About Us

A Canadian transcribing and editing company

About Us

The Comma Police is a Canadian-owned, Canadian-based transcribing and editing company first established under the name LT&T.

We have 15 years of experience providing professional transcribing and editing services for a multitude of local, national, and international clients, including the following:

  • Universities
  • Private investigation firms
  • Film companies
  • Accounting firms
  • Civic and provincial government agencies
  • Authors
  • Researchers
  • Engineering firms
  • Consulting agencies
  • Students

Our reputation precedes us as a company invested in its product; we work hard to facilitate our clients’ needs. We have never advertised and attribute our success to our company’s professionalism, the quality of our product, and our competitive prices. Rumour has it our clients agree.

We are proud to employ a network of independent sub-contractors from across Canada, all of whom have undergone security clearances. These sub-contractors are typically individuals who have chosen to conduct their business from home, allowing them to care for their families while still contributing to the familial income.

Communication Arts AwardIn 2008, The Comma PoliceTM logo was selected as recipient of a Communication Arts Award of Excellence.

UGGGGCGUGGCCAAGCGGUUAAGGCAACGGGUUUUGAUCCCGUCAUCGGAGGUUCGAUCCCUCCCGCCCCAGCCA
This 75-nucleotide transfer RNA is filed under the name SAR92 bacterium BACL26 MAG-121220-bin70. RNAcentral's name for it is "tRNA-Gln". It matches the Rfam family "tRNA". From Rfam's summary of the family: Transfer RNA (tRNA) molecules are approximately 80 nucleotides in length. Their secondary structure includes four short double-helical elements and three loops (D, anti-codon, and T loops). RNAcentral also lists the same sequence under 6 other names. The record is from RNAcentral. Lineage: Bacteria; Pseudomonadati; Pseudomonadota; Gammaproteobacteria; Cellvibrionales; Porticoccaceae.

The Comma PoliceTM was also the recipient of a Gold award at the 2008 ACE Awards for Corporate Identity.

In 2009, The Comma PoliceTM logo was awarded a Design Finalist Certificate for the New York Festivals International Advertising Awards.

" It's easy to understand that someone in the world awaits you, whether it's in the middle of the desert or in some great city. And when two such people encounter each other, and their eyes meet, the past and the future become unimportant. There is only that moment, and the incredible certainty that everything under the sun has been written by one hand only. It is the hand that evokes love, and creates a twin soul for every person in the world. Without such love, one's dreams would have no meaning. "
Coelho, 1998, p. 93